In the UK 880,000 people have definite or probable chronic heart failure, with 63,000 new cases being identified each year (Department of Health, 2003). Of these 40 per cent will die within one year, resulting in worse prognostic survival rates than breast and prostate cancer (West Midlands Director of Public Health and West Midlands Regional Cancer Registry, 1995).
VOL: 101, ISSUE: 02, PAGE NO: 34
Niki Ayers, RGN, RN (US), CCRN, DipN, is consultant nurse, heart failure, Basildon and Thurrock University Hospitals NHS Foundation Trust, Essex
In the UK 880,000 people have definite or probable chronic heart failure, with 63,000 new cases being identified each year (Department of Health, 2003). Of these 40 per cent will die within one year, resulting in worse prognostic survival rates than breast and prostate cancer (West Midlands Director of Public Health and West Midlands Regional Cancer Registry, 1995). With the publication of the National Service Framework for Coronary Heart Disease (DoH, 2000) and the National Institute for Clinical Excellence guidance (NICE, 2003), heart failure and its management have become a government priority. There is much evidence to support the role of specialist nurse intervention in the management of heart failure (Blue et al, 2001; Stewart et al, 1999; Cline et al, 1998). Background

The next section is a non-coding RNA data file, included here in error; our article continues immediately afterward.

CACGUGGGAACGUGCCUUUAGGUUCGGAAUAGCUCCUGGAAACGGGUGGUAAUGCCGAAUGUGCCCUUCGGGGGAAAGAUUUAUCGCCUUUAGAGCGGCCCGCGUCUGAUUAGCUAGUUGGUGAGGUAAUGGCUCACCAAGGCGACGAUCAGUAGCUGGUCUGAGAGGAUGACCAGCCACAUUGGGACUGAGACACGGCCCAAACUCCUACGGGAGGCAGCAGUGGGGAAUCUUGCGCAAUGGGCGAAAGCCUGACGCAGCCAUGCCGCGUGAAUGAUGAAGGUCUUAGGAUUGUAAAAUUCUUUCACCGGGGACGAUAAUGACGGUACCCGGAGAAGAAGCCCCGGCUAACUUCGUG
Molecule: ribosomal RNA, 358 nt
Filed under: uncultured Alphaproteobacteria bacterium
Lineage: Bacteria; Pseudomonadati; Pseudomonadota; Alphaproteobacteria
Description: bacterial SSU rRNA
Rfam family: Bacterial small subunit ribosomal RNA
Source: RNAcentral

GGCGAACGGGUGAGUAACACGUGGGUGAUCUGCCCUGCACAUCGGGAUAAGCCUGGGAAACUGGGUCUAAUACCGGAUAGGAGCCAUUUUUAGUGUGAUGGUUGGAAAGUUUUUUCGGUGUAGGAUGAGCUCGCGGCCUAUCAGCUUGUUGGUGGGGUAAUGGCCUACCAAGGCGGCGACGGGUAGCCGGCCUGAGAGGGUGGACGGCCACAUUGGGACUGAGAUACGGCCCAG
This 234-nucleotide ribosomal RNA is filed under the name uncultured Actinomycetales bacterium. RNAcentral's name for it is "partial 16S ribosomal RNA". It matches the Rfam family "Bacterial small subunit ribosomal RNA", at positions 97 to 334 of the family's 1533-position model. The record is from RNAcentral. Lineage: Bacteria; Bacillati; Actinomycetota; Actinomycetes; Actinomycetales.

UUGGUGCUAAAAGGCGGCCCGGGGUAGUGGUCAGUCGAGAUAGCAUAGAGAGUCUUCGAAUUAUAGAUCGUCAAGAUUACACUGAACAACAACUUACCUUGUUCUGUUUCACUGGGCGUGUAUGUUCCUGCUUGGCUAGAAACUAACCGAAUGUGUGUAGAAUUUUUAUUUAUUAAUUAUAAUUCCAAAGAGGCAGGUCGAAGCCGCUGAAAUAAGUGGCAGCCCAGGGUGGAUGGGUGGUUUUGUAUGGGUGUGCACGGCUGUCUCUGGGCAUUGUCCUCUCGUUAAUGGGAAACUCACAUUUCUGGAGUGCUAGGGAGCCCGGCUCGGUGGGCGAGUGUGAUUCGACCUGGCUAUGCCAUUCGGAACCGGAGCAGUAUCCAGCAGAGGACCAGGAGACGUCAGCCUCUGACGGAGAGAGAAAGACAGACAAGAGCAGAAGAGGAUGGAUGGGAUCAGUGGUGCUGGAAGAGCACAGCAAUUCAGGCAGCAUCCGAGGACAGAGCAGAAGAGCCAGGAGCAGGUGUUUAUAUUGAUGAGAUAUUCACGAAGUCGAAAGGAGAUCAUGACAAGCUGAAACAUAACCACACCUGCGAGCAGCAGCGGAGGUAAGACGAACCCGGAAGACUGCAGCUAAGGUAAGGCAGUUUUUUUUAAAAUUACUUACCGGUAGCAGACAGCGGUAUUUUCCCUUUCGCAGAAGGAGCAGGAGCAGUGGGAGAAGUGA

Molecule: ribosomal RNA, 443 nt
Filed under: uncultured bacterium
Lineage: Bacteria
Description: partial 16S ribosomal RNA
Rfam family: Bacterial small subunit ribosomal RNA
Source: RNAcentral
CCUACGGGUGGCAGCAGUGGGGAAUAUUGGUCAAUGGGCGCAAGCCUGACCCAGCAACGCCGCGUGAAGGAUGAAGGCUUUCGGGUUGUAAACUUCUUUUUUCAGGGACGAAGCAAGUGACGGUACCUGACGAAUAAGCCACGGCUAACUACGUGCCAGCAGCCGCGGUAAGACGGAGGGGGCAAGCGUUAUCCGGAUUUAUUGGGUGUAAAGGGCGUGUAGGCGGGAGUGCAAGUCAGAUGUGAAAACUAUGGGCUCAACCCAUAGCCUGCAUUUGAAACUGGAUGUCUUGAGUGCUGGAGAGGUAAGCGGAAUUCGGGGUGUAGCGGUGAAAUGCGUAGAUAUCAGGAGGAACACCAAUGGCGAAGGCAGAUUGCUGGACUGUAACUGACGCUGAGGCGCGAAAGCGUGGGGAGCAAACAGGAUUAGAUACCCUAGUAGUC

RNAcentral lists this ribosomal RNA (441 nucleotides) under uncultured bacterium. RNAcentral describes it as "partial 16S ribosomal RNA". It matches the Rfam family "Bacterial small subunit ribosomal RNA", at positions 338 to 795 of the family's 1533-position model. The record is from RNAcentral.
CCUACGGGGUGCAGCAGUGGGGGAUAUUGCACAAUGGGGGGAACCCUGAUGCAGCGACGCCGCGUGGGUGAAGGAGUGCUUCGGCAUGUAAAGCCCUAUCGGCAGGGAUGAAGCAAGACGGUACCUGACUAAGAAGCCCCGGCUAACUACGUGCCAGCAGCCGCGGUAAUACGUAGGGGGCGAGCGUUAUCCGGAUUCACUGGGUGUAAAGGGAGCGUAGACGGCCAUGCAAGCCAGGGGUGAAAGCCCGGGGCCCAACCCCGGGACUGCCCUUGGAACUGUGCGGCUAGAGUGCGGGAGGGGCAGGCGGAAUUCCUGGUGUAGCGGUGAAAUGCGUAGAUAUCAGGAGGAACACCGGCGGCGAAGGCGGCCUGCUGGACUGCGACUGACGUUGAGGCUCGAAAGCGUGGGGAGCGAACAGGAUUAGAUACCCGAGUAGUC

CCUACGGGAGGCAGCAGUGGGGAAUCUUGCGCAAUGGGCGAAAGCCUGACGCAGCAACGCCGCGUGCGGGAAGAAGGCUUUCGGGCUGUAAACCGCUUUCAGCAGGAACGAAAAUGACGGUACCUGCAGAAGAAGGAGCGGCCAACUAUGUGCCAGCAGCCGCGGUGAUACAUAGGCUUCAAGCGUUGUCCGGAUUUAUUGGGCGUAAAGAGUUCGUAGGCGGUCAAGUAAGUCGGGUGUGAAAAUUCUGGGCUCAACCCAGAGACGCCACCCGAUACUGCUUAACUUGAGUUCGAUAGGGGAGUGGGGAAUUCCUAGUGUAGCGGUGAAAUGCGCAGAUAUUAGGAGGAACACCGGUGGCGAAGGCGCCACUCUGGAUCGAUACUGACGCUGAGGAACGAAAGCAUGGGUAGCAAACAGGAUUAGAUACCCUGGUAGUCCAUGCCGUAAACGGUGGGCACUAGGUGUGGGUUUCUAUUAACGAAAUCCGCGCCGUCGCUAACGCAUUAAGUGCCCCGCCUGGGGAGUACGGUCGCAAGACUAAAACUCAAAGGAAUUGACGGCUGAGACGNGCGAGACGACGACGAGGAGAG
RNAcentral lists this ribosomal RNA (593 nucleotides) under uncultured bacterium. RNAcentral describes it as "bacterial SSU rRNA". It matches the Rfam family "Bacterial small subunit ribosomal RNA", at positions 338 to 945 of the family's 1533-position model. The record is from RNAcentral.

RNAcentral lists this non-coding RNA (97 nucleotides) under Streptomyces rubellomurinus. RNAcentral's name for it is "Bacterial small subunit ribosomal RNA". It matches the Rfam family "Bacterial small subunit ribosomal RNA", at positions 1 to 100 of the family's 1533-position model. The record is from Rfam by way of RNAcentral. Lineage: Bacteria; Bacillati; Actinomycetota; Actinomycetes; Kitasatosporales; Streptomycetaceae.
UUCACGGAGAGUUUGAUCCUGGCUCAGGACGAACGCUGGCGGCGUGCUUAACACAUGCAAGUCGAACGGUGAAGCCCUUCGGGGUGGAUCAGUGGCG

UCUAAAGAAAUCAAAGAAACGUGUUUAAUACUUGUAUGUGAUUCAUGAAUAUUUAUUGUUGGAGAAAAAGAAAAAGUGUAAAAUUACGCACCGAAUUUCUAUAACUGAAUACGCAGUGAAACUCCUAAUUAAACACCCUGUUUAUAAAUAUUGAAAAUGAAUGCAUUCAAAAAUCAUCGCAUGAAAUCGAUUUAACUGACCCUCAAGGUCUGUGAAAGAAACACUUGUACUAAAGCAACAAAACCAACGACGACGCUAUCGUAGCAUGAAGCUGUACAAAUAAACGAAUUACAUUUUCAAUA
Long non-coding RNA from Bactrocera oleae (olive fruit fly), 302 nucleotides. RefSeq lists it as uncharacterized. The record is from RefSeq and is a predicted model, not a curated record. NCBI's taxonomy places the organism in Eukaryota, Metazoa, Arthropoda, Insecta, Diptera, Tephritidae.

Basildon and Thurrock University Hospitals NHS Foundation Trust serves a population of 458,000 and is supported by three primary care trusts. Patients with chronic heart failure were traditionally managed using a medical model of care. This meant either being managed by a consultant cardiologist at the hospital or by the patient’s GP. Given the severe medical understaffing this inevitably led to lengthy waits for drug therapies and reduced educational support for patients. Consequently, many of these patients frequently presented to general practice, A&E or medical assessment units for symptom relief. Approximately one million bed days (two per cent of the total) are taken up by patients with chronic heart failure. The admission period in care of older people can be in the range of 5-11 days (Rich et al, 1995). The cardiology medical team decided to recruit a specialist nurse to establish and manage a nurse-led service for this client group. While there are many forms of heart failure as indeed there are several causes, this service addresses the needs of patients with heart failure caused by left ventricular systolic dysfunction (LSVD), as diagnostically confirmed by an echocardiogram. Setting up a service